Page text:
3. Results and Discussion
3.1. Detection of Peroxide in Liquors
The spectra of the three liquors: whiskey, rum, and tequila were obtained in their original clear glass bottle. The results are presented in Figure 1. The spectra of the liquors were substantially similar although there were some differences in relative peak intensities. The additives that render the yellowish (gold) color of the tequila and whiskey presented some fluorescence identified by the shift in the baseline of the spectra. However, it was possible to identify the main peaks associated with the alcohol content. These spectra as well as the spectrum for ethanol, the main component of hard liquors, present peaks at 881 cm−1 (C–C–O symmetric stretch), 1048 cm−1 (C–C–O asymmetric stretch) and 1086 cm−1 (C–O stretch), 1280 cm−1 (C–CH3 deformation), and 1456 cm−1 (C–H stretch in CH2 and CH3) . Then the contents of the clear glass bottle were replaced with acetone and hydrogen peroxide so that the contents appeared to be clear rum. These consumer products are easily acquired at beauty supplies and drugstores, but they are also precursors of acetone-peroxide, a well-known homemade explosive (HME) [21, 22].
The Raman spectra of acetone, peroxide, and acetone-peroxide are presented in Figure 2. The spectrum of acetone showed high-intensity peaks at 530 cm−1 (C=O deformation), 789 cm−1 (C–C symmetric stretch), 1225 cm−1 (C–C asymmetric stretch), and 1691 cm−1 (C=O stretch band). The most prominent vibrational Raman signature is located at 789 cm−1 . Hydrogen peroxide is characterized by a strong peak at 878 cm−1, characteristic of the O–O stretching mode. The main acetone peroxide peaks are located at 400 cm−1 (ring breathing), 594 cm−1 (O–C–O bending), 779 cm−1 (O–C–O symmetric stretch and Me–C–Me symmetric stretch), 880 cm−1 (O–O stretch and Me rocking synchronous and asynchronous), 940 cm−1 (C–C stretch), 1067 cm−1 (C–C and ring C–O stretch), and 1451 cm−1 (H–C–H bend) [22–24]. The position, intensity, and uniqueness of the major peaks in acetone and peroxide make them easily detected by RS and can be used as markers for this explosive mixture [24, 25].
In Figure 3, the acetone and peroxide spectroscopic signatures are compared to those of rum. The rum spectrum presents clear characteristic bands at 881 cm−1, 1048 cm−1, 1086 cm−1, 1280 cm−1, and 1456 cm−1 that together with known band ratios can be used to differentiate the rum from other liquids. In this case, acetone is clearly identifiable with a unique band at 789 cm−1. However the strong band at 881 cm−1 due to C–C–O stretching that all liquors present is located in the same region of the hydrogen peroxide C–O band at 878 cm−1. This may represent a challenge for the detection of peroxide mixed with liquors.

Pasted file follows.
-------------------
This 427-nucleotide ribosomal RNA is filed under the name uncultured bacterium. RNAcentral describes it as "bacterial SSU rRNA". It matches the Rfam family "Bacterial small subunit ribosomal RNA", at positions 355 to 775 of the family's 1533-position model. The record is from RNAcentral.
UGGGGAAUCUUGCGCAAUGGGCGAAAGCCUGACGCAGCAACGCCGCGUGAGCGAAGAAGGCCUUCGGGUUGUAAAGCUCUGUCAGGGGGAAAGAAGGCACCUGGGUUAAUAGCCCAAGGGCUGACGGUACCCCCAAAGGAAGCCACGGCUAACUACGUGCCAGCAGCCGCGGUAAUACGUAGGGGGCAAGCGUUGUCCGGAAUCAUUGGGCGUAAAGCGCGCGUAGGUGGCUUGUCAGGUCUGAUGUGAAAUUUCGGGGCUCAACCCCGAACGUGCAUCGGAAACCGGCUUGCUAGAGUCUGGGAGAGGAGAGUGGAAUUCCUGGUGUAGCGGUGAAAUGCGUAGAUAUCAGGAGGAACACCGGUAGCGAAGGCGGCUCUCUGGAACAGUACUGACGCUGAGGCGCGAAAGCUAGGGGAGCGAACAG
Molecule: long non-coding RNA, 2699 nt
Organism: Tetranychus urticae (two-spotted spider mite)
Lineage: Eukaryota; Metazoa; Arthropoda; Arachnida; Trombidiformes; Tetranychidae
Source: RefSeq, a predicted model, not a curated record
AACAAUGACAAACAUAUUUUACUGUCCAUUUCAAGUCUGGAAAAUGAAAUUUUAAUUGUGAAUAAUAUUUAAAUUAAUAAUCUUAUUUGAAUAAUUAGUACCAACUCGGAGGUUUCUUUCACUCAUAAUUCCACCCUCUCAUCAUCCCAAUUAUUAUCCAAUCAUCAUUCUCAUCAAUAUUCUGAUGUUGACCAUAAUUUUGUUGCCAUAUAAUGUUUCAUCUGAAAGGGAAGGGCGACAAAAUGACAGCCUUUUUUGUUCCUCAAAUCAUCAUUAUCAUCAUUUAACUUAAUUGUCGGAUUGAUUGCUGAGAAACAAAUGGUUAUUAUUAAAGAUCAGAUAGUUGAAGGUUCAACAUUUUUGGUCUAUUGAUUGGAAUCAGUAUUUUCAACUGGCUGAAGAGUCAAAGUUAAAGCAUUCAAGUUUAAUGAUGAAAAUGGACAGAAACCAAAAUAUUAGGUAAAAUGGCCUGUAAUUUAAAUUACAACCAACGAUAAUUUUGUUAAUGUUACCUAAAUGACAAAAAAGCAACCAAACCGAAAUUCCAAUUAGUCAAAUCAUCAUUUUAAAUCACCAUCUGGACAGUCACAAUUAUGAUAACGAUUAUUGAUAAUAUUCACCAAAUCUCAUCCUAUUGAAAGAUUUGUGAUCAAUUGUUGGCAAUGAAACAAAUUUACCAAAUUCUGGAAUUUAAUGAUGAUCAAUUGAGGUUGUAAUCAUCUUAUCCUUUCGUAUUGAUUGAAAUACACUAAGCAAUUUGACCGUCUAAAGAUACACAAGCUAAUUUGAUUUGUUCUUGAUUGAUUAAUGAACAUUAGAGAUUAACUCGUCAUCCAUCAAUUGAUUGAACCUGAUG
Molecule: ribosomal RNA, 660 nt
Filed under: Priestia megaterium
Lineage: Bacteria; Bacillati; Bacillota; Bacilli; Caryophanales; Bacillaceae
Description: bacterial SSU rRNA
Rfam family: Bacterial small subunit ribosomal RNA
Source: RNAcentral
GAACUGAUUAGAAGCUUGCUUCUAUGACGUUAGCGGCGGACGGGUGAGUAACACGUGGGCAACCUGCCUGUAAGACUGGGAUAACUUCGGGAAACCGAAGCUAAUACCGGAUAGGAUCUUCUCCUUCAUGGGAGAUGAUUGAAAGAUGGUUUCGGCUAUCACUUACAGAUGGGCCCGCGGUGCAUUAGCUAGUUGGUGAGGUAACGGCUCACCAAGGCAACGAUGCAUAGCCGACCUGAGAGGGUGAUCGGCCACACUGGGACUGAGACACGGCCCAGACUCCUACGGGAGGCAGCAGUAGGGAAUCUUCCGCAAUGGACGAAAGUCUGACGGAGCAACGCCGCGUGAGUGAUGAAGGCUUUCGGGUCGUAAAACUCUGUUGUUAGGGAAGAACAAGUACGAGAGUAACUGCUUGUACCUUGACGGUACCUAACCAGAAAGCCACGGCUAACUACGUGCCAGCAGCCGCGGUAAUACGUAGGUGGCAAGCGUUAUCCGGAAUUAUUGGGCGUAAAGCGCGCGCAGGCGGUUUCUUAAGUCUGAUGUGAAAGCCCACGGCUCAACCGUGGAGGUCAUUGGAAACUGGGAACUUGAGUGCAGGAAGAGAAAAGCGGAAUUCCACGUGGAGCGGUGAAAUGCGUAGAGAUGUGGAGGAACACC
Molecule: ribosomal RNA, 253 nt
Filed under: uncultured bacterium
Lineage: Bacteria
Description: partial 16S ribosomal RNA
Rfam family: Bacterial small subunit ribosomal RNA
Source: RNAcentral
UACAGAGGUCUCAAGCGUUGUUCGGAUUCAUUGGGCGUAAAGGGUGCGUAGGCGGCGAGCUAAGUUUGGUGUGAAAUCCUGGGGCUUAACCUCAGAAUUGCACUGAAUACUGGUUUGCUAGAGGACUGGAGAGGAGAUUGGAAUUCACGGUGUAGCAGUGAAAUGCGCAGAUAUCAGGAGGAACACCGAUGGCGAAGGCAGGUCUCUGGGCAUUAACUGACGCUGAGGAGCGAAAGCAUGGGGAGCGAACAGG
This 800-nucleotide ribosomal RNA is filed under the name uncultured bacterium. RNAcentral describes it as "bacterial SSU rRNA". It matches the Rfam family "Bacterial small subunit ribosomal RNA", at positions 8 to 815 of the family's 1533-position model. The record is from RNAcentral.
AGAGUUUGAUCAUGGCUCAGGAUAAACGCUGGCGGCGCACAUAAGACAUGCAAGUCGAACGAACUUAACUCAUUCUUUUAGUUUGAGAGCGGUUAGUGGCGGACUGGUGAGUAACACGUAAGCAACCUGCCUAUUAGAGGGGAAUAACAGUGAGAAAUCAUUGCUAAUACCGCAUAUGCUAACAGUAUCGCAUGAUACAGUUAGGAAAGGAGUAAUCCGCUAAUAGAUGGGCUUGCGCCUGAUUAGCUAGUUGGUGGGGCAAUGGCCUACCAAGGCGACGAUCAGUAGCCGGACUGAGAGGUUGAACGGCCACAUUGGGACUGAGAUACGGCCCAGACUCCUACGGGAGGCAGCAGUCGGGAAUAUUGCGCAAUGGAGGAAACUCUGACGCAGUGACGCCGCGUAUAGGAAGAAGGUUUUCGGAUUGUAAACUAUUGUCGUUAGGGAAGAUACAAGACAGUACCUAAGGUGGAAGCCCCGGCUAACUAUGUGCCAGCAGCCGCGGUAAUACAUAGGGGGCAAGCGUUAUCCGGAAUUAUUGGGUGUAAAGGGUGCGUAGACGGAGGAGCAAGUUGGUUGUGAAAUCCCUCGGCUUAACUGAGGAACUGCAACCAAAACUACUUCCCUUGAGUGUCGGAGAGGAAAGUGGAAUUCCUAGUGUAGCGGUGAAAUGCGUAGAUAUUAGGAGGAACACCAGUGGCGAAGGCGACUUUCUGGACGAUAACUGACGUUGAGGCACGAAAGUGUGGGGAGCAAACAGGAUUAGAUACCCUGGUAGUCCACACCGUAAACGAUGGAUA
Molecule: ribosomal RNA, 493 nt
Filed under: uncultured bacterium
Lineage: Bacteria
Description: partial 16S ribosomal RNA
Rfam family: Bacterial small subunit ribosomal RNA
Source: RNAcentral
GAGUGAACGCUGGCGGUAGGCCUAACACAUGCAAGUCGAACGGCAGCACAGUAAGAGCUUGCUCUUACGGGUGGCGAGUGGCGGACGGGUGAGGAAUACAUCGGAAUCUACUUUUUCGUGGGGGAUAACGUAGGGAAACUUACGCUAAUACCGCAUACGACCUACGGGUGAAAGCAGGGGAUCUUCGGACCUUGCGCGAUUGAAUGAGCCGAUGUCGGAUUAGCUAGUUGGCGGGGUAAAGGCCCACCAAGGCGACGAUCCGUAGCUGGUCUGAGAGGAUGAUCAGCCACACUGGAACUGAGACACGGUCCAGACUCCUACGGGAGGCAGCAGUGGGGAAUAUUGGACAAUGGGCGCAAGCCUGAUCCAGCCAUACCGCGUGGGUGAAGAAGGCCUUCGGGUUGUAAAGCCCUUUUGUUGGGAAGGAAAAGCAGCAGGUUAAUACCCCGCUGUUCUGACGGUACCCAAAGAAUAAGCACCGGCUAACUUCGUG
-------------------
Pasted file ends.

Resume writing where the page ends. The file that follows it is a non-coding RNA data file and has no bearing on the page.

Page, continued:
Figure 4 shows the Raman spectra of 20% v/v and 60% v/v hydrogen peroxide prepared from 50% H2O2 solution in water (10% and 30%, H2O2 resp.) in whiskey. As previously mentioned, the spectroscopic signature of peroxide is hidden or masked by the ethanolic peak at 881 cm−1. Samples from 0% to 90% peroxide in whiskey were analyzed without observing changes in the location of peaks. However, the presence of peroxide has an effect on the intensity of the band 881 cm−1.
PLS was used to build a model to determine the concentration of peroxide in whiskey. The data was evaluated in the range of 200 to 1800 cm−1, after spectral intensity normalization. Figure 5 shows the scores for principal components (PC’s) 1 and 2. These two components are responsible for 99.98% of the variance in the spectra. The score on each spectrum for these components confirms that there are spectral differences in the data set as a consequence of concentration of peroxide.
An evaluation of the loadings provides information on the origin of the variance captured by PC1 and PC2. Figure 6 confirms that mainly the origin of the variance captured by PC1 and PC2 is within the area of the 881 cm−1 peak. The PC2 suggests that there are contributions in the increase and the decrease of the intensity of the spectrum as well. This information is used to create a PLS regression of the spectral variance () versus concentration of hydrogen peroxide (). This model was evaluated by a leave-one-out cross-validation. The results of the validation were evaluated by the root mean square error of calibration (RMSEC) and the root mean square error of cross-validation (RMSECV). In the first one, the values in the data set are predicted with the calibration curve obtained and in the second the values are estimated using a calibration curve that did not include this value. For the case of peroxide I whiskey, the prediction of % of peroxide versus actual concentration (Figure 7) can be achieved with a RMSEC of 2.23 and RMSECV of 2.69. The linearity of the fit is described by the value (0.9945).